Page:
By Cookie Davis
In the novel The Power of One by Bryce Courtenay, one of the characters talks about the "stupendously stupid sacrifice of men" during some military battles. Those famous battles are briefly discussed here to help the reader understand the accuracy of his argument.
The Charge of the Light Brigade
The Charge of the Light Brigade took place on October 25, 1854, during the Crimean War, which pitted the Russian Empire against an alliance between Britain, France, the Ottoman Empire, and Sardinia. In the Battle of Balaclava, the British forced the Turks to abandon their artillery positions. Britain's Lord Raglan didn't want the Russians to take their cannons when they retreated, so he ordered the British cavalry to following them and capture the cannons. There were gun batteries on three sides of the valley into which the cavalry rode, so it was ridiculous to think they'd be successful. This valley became known at the Valley of Death and become symbolic of the needless sacrifice of human life in war.
The Charge of the Light Brigade—1 day
Alliance casualties: 363 (40% of the cavalry who charged)
Russian/Turk casualties: very few
Many of the same trenches were used for four years! Those newer, more accurate machine guns made it easy for opposing sides to mow down soldiers as they rose above the trenches when trying to advance. It was a long and bloody stalemate with neither side able to advance.
The Battle of Gallipoli also took place during World War I. The Gallipoli peninsula is located in Turkey and runs along the Dardanelles Strait (in yellow on the map below). The Central Powers (Germany, Turkey, Austria-Hungary, and Bulgaria) controlled the Dardanelles Strait, which was an important transportation route to the Mediterranean Sea as transportation, at the time, was limited to mainly trains and ships.
The Allied Powers wanted access to the Mediterranean Sea to provide naval and supply support from Russia. This meant Russians ships needed to be able to travel from their ports on the Black Sea, through the Dardanelles Strait to the Aegean Sea and then to the Mediterranean.
Troops from Britain, Australia, and New Zealand (all Allies) landed on the Gallipoli Peninsula and faced well entrenched Turkish forces who held them off in the months long battle.
Gallipoli Campaign—8 1/2 months
Allied casualties: 192,000 (plus another 100,000 evacuated due to sickness)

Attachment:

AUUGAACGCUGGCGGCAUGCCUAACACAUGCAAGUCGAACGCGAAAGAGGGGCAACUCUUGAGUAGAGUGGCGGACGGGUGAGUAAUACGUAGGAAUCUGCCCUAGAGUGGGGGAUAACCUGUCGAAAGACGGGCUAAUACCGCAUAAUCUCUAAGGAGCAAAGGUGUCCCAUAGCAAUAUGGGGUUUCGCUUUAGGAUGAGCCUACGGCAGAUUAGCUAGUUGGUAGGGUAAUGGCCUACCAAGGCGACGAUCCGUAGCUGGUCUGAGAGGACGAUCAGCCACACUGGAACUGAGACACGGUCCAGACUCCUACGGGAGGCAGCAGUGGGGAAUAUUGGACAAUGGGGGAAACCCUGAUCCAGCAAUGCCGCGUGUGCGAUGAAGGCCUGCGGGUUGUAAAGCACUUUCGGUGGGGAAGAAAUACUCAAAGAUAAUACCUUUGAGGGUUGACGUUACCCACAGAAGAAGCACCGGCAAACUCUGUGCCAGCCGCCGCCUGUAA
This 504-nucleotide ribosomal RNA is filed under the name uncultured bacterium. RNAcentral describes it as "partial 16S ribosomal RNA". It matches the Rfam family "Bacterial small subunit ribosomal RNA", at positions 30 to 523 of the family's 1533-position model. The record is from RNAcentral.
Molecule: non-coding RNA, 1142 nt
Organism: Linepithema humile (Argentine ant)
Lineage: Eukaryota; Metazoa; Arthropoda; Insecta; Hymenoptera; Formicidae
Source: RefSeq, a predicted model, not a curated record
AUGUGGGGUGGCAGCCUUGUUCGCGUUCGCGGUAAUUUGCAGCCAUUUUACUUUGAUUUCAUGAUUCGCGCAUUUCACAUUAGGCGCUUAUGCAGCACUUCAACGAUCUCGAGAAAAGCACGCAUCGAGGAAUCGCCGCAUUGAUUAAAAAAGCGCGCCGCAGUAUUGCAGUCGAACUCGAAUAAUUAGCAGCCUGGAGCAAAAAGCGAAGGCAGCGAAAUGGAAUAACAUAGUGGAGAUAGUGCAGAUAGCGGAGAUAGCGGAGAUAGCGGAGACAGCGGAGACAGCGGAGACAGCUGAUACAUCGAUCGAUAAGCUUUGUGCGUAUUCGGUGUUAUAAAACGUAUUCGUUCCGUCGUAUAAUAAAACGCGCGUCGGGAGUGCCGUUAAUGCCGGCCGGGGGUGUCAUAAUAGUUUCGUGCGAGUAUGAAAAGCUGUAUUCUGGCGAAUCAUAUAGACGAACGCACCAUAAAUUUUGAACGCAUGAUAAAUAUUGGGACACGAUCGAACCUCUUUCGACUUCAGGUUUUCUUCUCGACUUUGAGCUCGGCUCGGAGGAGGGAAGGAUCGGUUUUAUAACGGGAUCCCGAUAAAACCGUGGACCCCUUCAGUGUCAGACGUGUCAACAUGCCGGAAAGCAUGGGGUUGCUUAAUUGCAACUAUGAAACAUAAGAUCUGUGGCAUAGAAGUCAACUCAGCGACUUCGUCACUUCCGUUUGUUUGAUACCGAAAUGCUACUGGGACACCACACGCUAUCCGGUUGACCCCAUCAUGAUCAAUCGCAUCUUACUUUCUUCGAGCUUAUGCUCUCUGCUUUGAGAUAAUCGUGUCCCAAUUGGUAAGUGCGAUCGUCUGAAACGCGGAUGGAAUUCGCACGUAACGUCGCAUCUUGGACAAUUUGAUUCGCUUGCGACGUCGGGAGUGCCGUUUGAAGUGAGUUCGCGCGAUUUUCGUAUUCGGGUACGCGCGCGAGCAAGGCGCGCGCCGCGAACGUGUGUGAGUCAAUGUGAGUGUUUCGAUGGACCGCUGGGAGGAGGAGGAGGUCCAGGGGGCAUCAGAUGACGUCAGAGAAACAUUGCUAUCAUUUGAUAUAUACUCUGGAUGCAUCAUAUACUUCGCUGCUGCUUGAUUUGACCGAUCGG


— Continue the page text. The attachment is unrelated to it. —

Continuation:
Central Powers casualties: 186,000 (plus another 64,000 evacuated due to sickness)
These battles are all examples of great loss of life with little or no gain for the countries battling. The British didn't gain control of the guns in the Valley of Death, neither the Germans nor the Allies gained more than a few miles on the Western Front during World War I, and the Allies were forced to retreat, having gained nothing in their attack of the Gallipoli Peninsula. All those injuries and deaths were for nothing. They were a "stupendously stupid sacrifice of men."
Bundesarchiv Bild 104-0832, Soldaten in Kampfpause in Schützengraben. circa 1916. German Federal Archive. Wikimedia Commons. Web. 7 May 2017.
The Crimean War - Episode 2 The Valley of Death. Dir. Mick Gold. YouTube. UKTV, 15 June 2011. Web. 07 May 2017.
"The Eastern Front, 1914-17." The National Archives. The National Archives of the UK, n.d. Web. 2 May 2017.
Esposito, Vincent J., and T. Dodson Stamps, eds. "Race to the Sea 1914." A Short Military History of World War I - Atlas. N.p.: n.p., 1950. N. pag. Wikimedia
Commons. Web. 7 May 2017. <https://commons.wikimedia.org/wiki/File:Race_to_the_Sea_1914.png>.
Freedman, Russell. The War to End All Wars: World War I. Boston: Sandpiper, Houghton Mifflin Harcourt, 2013. Print.
Kenney, Karen Latchana, and Edward G. Lengel. Everything World War I. Washington, D.C., U.S.A.: National Geographic Society, 2014. Print.
Krasnoborski, Edward J. "Battle of the Marne." United States Military Academy. N.p.: Department of History, 1938. N. pag. Wikimedia Commons. Web. 7 May
Moore, William E., and James C. Russell. American's Wearing Gas Masks during World War I. N.d. Wikimedia Commons. Web. 7 May 2017.
Rasmussen, R. Kent. World War I for Kids: A History with 21 Activities. Chicago, IL: Chicago Review, 2014. Print.
I often struggle to find websites with thorough explanations in simple language to help kids understand historical events or scientific concepts, so I decided to create some of my own!